The smartphone market is in the middle of a little bit of divergence at the moment it would seem. Companies seem to be focusing their efforts on two potential markets, the modular smartphone concept, the prominent of which would be Google’s Project Ara the second market looks to be the flexible smartphone, of which we’ve already discussed the efforts of Samsung and Moxi in this endeavour.
This article is going to be looking at the flexible smartphone, because Lenovo has thrown its hat into the ring. At Lenovo tech world this year amongst the major launches for two new devices; one of which throws us back to the modular smartphone, the company debuted a number of prototypes for flexible screen technology.
The devices which are niftily named the CPlus flexible smartphone/smartwatch and the Folio foldable tablet/smartphone. Those obliques in the names are quite telling, it implies the company views these as a blurring of the lines between smart devices, and it’s easy to see why.
There were a couple of caveats to the devices however. It was made clear that the design for the mechanical parts had been done in conjunction with “a major manufacturing partner” and that the display technology they were using was not their own.
Despite this, they two pieces looked remarkably ready for sale for prototypes, although that doesn’t take into account background software work that might be needed. The prototypes shown were even fully functional, with the company showing off their tricks in real time. With these tricks comes one of the best innovations for the flexible smartphone yet.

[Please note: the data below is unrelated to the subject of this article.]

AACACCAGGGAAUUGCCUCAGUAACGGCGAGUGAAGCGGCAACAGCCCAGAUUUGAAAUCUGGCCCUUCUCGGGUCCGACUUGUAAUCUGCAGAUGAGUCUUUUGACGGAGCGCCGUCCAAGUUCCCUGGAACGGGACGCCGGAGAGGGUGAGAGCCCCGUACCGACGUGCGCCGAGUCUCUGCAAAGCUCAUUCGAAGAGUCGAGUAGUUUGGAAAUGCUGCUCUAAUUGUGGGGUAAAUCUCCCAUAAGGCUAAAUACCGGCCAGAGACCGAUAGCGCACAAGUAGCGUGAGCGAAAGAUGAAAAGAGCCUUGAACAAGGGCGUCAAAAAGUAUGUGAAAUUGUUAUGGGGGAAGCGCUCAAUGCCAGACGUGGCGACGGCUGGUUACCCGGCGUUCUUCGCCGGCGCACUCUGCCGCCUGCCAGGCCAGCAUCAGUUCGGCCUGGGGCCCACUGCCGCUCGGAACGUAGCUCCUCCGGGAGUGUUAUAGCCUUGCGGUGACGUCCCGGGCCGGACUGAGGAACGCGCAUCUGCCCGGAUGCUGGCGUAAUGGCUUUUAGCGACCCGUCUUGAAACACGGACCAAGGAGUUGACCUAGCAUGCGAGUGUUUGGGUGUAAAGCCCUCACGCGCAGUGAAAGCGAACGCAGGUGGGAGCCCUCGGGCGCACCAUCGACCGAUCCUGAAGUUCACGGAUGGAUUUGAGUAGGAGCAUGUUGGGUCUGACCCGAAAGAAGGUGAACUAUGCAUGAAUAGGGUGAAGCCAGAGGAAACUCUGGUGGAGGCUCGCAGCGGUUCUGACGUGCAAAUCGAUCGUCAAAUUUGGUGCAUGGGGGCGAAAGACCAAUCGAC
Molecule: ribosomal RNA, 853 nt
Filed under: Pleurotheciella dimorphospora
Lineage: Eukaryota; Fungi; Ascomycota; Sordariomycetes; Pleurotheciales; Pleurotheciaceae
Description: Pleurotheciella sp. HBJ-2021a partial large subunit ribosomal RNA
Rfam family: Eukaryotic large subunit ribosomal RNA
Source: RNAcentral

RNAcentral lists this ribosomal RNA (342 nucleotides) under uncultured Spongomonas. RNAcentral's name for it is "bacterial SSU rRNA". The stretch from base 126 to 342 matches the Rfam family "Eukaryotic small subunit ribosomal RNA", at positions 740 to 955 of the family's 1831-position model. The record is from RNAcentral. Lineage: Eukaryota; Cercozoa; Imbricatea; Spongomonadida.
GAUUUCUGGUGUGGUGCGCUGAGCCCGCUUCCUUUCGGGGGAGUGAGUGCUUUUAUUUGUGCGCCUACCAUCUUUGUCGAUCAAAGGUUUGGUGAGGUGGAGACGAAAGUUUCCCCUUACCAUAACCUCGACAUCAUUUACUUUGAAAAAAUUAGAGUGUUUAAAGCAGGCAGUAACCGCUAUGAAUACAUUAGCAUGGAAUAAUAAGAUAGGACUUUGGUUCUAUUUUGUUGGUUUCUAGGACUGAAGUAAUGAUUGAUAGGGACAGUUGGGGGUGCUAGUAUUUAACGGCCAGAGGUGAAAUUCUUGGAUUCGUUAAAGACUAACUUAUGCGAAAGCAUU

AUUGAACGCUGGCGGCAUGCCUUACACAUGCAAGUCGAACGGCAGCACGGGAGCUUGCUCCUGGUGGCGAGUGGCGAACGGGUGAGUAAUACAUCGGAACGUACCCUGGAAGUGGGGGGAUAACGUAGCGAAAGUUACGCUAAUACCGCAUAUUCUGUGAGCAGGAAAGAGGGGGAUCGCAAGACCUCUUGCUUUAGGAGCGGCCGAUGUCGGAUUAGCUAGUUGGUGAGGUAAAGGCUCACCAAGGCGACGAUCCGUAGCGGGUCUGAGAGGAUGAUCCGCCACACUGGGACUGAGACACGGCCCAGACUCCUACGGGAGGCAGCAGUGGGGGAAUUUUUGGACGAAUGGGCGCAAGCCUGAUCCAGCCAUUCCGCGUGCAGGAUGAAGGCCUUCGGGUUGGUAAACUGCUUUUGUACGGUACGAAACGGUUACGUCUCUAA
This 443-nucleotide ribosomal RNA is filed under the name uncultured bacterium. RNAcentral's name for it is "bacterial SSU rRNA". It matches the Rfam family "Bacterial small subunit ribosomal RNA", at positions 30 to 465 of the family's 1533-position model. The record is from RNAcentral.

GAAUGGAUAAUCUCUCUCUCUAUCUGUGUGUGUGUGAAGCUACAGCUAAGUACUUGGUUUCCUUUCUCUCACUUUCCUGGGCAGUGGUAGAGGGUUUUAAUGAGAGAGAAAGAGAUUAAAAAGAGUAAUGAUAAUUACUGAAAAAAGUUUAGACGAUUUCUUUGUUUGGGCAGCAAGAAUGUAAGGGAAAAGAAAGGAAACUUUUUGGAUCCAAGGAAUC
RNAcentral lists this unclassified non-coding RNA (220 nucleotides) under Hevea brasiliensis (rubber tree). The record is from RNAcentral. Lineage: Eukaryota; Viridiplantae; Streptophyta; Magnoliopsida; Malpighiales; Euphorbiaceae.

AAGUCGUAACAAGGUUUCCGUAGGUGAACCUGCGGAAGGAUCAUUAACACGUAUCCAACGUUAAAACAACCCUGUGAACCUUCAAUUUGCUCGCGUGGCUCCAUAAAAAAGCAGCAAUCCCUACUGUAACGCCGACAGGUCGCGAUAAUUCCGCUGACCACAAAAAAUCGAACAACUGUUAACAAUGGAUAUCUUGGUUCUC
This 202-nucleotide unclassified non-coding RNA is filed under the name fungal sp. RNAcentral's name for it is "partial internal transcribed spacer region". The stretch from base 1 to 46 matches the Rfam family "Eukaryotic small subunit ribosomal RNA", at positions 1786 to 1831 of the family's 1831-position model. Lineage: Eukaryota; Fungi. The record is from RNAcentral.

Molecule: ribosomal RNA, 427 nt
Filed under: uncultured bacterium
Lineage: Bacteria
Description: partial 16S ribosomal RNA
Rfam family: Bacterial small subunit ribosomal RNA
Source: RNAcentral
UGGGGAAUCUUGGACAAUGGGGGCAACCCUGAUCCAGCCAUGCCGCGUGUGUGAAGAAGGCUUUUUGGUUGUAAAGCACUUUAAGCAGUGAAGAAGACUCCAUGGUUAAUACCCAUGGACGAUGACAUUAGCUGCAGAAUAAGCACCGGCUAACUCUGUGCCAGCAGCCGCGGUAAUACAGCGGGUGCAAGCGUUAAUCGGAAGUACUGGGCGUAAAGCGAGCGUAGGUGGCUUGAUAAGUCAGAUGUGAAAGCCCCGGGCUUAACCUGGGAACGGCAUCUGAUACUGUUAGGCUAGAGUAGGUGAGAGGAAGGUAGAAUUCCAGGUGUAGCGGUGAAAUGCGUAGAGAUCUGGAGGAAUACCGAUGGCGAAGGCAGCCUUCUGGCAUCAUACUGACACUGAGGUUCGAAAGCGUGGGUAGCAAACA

As the Folio is folded to take it from tablet to smartphone the user interface changes in real time, moving from a UI that would be frankly unwieldy on a smartphone to something tried, tested, and effective. This is a phenomenal achievement and something sorely needed for the flexible smart device market if it is to take hold.
It is one thing to have a smart device flex around your wrist or fold in half, it’s quite another to have it do so and still be as functional as others, and this would seem to be the way around it. The CPlus has a similar feature, as it’s snapped to the user’s wrist the UI changes from your typical smartphone fare to something a great deal more functional from a wrist based perspective. The UI adaptation was so smooth as to be something barely noticeable.
The specs are still a long way off as is the release date, with the Lenovo CTO Peter Hortensius only stating that they can be expected within the next five years. Regardless of how soon or far away these devices are it’s easy to see the smartphone arms race begin to heat up. As the current market becomes saturated with incremental updates and very little major change, it’s exciting to see companies take a vested interest in where the future of smart technology is going.
If Flexible and modular technology are our next logical step, it’s exciting to wonder where we might find ourselves in the distant future.